Disabled workers overcome pandemic setbacks, overtaking non-disabled people to set new employment records
Experts examine the stark contrasts in recovery between people with and without disabilities in the 2019-2021 special edition of the National Employment Trends for People with Disabilities (nTIDE)
EAST OF HANNOVER, NJ, March 1, 2022 /PRNewswire/ — In early 2022, as the acute phase of the COVID-19 pandemic began to abate and public health efforts continued, experts reflected on the impact of the pandemic on the employment in the United States. This special edition of National Trends in Disability Employment (nTIDE) presents data from 2019 to 2021 for people with and without disabilities, showing stark contrasts in their progress compared to 2019 pre-pandemic employment levels, the impact 2020 lockdowns, followed by the start of recovery in 2021.
“Despite the disruption of the pandemic, people with disabilities have remained engaged in the workforce.”
Data shows that people with disabilities have not only recovered from the setbacks of the 2020 lockdowns, but have also surpassed pre-pandemic employment levels to reach new all-time highs. This contrasts with their non-disabled counterparts who have yet to reach their pre-pandemic employment levels.
As the top chart shows, in 2019 and 2020 the labor force participation rate remained the same for people with disabilities (33.6%), rising to 35.1% in 2021. the pandemic, people with disabilities remained engaged in the workforce, meaning they were working, on leave, or looking for work,” the nTIDE co-author explained. André HoutenvillePhD, Professor of Economics and Research Director at University of New Hampshire Disability Institute. In 2021, participation surpassed pre-pandemic levels to 35.1%, surpassing the all-time high reached in 2008 at the start of the Great Recession. “This may be a sign that people with disabilities are taking advantage of new job opportunities in a tight labor market,” Dr Houtenville added. “Neediness may also be a factor in sustained participation, as workers with disabilities may be less able to give up their income.”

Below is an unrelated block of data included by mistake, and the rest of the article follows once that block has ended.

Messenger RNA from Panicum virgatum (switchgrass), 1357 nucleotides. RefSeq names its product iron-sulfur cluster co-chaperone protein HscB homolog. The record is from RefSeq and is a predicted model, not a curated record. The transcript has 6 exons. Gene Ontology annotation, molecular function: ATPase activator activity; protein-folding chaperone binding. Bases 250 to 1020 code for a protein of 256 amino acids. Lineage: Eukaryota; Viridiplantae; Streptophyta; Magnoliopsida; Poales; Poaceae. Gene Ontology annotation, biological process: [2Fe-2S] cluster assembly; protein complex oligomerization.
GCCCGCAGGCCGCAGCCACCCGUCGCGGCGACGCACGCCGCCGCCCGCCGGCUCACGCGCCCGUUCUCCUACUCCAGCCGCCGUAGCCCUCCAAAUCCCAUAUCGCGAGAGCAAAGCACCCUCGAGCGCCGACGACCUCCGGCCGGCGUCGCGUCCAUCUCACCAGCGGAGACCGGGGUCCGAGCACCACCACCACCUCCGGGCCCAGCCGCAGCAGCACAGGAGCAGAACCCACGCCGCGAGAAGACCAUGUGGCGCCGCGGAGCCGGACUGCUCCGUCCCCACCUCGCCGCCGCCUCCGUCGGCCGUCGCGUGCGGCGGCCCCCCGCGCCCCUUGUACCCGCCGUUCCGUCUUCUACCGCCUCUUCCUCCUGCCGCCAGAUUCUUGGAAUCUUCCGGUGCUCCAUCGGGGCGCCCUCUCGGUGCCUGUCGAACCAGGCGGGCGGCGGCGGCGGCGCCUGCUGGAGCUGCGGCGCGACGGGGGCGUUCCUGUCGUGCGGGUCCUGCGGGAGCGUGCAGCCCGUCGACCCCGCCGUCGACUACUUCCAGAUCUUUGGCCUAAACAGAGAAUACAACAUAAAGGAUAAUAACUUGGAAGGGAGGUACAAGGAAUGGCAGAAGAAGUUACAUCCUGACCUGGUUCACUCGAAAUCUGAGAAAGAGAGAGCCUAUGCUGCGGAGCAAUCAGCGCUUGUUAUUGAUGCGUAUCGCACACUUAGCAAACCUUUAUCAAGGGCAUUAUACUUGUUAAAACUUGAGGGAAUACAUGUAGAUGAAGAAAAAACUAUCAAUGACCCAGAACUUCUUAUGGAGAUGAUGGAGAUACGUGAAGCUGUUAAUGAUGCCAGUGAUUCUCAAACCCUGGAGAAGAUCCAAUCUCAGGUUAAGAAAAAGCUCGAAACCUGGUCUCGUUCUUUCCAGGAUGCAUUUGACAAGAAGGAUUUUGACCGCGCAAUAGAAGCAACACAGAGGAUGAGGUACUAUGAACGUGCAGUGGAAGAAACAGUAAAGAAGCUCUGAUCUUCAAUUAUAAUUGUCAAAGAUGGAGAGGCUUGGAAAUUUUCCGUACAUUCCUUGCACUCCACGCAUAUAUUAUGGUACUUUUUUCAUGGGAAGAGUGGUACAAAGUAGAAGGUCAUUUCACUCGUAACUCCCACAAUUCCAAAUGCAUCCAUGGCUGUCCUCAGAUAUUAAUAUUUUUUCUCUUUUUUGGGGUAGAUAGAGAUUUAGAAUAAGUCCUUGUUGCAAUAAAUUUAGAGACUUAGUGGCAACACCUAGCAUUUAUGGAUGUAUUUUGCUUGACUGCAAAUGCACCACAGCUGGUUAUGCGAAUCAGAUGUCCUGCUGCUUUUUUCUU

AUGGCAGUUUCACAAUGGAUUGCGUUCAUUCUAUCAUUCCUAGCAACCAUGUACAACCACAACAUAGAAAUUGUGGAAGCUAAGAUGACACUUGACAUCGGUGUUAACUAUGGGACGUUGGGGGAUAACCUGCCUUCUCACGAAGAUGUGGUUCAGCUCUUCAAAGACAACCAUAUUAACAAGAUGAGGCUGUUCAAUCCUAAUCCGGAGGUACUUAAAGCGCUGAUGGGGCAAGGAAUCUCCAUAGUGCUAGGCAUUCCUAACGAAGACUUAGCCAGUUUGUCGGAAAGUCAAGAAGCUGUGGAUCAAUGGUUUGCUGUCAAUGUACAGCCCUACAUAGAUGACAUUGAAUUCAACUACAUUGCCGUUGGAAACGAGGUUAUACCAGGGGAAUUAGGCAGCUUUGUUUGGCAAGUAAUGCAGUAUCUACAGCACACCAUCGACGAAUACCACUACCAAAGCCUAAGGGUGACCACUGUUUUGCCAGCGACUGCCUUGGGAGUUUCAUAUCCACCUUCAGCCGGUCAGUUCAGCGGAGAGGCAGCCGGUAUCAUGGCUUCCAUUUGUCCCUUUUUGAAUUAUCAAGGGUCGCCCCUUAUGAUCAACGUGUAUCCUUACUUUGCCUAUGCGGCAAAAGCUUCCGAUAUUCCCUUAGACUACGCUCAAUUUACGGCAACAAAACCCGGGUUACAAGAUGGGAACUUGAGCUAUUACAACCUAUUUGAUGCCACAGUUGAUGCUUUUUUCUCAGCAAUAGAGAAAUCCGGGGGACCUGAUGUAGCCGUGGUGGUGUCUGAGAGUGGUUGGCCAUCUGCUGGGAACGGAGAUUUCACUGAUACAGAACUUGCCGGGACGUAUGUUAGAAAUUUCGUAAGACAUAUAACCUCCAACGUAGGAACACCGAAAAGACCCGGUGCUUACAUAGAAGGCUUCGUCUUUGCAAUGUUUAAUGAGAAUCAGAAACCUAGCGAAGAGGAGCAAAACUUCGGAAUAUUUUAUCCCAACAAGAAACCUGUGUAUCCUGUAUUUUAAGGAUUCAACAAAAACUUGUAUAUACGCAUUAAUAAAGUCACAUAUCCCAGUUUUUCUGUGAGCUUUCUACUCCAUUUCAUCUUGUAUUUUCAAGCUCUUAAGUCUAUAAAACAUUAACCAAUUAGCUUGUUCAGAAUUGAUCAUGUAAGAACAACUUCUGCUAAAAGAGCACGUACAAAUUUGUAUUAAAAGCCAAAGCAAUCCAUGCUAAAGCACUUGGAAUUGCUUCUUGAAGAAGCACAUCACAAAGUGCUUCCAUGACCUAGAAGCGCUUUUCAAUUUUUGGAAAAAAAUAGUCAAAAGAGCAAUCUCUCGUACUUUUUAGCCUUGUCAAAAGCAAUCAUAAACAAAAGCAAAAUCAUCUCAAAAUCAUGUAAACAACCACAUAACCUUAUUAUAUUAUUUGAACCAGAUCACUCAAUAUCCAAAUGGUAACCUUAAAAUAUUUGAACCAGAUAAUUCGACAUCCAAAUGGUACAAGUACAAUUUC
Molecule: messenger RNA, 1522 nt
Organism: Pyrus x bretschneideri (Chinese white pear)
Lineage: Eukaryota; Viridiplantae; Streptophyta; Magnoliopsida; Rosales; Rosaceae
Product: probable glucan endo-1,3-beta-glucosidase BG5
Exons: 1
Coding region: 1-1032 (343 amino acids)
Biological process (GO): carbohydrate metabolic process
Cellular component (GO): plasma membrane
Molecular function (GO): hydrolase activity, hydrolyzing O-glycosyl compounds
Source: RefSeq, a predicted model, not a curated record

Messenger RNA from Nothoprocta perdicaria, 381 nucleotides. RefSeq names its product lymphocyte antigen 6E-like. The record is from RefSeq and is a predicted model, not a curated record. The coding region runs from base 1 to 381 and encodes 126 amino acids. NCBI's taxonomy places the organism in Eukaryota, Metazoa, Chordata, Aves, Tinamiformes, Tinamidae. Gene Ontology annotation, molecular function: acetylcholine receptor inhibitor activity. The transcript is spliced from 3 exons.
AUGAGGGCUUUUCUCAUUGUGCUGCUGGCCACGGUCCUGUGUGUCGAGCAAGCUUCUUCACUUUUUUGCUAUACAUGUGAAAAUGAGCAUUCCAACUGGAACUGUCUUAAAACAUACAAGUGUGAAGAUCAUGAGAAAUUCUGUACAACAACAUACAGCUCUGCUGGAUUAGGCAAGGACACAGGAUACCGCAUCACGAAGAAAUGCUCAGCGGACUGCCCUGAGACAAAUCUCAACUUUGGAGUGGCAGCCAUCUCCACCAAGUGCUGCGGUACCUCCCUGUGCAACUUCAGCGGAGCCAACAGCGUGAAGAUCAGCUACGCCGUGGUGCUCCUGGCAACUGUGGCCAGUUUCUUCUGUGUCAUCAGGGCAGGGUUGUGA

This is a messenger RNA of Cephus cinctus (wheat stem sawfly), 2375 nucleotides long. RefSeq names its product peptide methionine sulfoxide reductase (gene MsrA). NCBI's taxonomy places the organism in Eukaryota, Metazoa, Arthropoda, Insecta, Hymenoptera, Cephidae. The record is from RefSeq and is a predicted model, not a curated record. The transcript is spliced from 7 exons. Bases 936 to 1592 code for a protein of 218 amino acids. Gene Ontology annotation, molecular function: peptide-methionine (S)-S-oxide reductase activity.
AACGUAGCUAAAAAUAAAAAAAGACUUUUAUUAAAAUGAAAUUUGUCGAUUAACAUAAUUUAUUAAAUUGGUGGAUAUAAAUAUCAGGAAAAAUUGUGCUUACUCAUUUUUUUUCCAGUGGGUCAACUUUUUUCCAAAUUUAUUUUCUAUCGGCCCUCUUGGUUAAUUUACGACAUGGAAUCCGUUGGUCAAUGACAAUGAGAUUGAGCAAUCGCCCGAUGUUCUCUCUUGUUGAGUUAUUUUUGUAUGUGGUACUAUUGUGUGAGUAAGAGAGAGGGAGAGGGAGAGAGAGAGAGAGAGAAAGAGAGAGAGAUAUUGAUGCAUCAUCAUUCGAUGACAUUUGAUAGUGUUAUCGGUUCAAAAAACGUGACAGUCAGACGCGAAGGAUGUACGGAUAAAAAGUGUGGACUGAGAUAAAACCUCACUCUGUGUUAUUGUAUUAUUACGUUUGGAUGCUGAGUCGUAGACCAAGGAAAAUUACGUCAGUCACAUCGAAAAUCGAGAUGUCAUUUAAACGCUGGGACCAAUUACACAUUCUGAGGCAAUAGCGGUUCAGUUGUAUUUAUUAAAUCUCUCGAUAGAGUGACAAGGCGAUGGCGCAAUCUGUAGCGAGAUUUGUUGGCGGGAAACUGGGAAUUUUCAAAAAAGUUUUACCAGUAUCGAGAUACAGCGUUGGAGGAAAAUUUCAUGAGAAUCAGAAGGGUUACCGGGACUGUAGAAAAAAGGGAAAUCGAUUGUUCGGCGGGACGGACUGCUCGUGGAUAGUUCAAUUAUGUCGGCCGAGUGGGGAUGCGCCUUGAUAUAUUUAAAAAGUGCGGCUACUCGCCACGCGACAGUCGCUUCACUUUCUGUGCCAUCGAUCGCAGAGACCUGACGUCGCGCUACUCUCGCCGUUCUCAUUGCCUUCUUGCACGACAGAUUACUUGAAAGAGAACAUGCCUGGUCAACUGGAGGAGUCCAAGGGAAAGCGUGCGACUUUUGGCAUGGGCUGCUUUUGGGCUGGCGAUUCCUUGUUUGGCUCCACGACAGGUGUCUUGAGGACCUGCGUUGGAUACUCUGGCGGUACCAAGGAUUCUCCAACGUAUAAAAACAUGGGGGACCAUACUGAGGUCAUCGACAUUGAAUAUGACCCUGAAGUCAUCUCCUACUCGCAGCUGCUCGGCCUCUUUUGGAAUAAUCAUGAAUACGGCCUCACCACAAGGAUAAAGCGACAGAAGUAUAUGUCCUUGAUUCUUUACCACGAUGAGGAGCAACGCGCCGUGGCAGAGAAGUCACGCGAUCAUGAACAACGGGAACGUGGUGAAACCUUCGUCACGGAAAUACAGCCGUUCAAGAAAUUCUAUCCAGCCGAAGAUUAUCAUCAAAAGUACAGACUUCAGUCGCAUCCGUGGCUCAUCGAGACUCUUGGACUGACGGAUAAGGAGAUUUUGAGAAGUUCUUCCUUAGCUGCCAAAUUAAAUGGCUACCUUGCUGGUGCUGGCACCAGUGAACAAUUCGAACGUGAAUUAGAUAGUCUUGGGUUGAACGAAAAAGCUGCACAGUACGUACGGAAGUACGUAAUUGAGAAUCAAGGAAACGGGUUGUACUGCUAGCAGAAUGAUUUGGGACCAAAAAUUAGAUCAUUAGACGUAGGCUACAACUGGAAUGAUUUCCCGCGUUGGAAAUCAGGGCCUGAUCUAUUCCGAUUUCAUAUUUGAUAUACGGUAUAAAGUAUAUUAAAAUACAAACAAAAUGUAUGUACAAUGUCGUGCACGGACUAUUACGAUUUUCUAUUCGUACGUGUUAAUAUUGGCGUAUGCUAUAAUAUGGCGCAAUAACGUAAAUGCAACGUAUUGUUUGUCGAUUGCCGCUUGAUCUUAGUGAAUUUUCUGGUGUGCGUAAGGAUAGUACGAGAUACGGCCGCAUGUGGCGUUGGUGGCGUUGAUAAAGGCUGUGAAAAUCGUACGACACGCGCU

For people without disabilities, the participation rate fell from 77.3% in 2019 to 76.1% in 2020, dropping to 76.5% in 2021, still well below pre-pandemic levels. “They are slowly coming back into the workforce,” Dr. Houtenville noted, “and have yet to regain the ground they lost in 2020.”
In the bottom chart, comparing employment to population ratios tells a similar story of resilience. In 2019, the employment-to-population ratio was 30.9% for persons with disabilities, dropping to 29.1% in 2020, then surpassing pre-pandemic levels, rising to 31.3% in 2021. times, people with disabilities have not only recovered, but have also surpassed their pre-pandemic levels, approaching historic highs. In contrast, the employment-to-population ratio of people without disabilities fell from 74.6% in 2019 to 70.0% in 2020, falling to just 72.5% in 2021.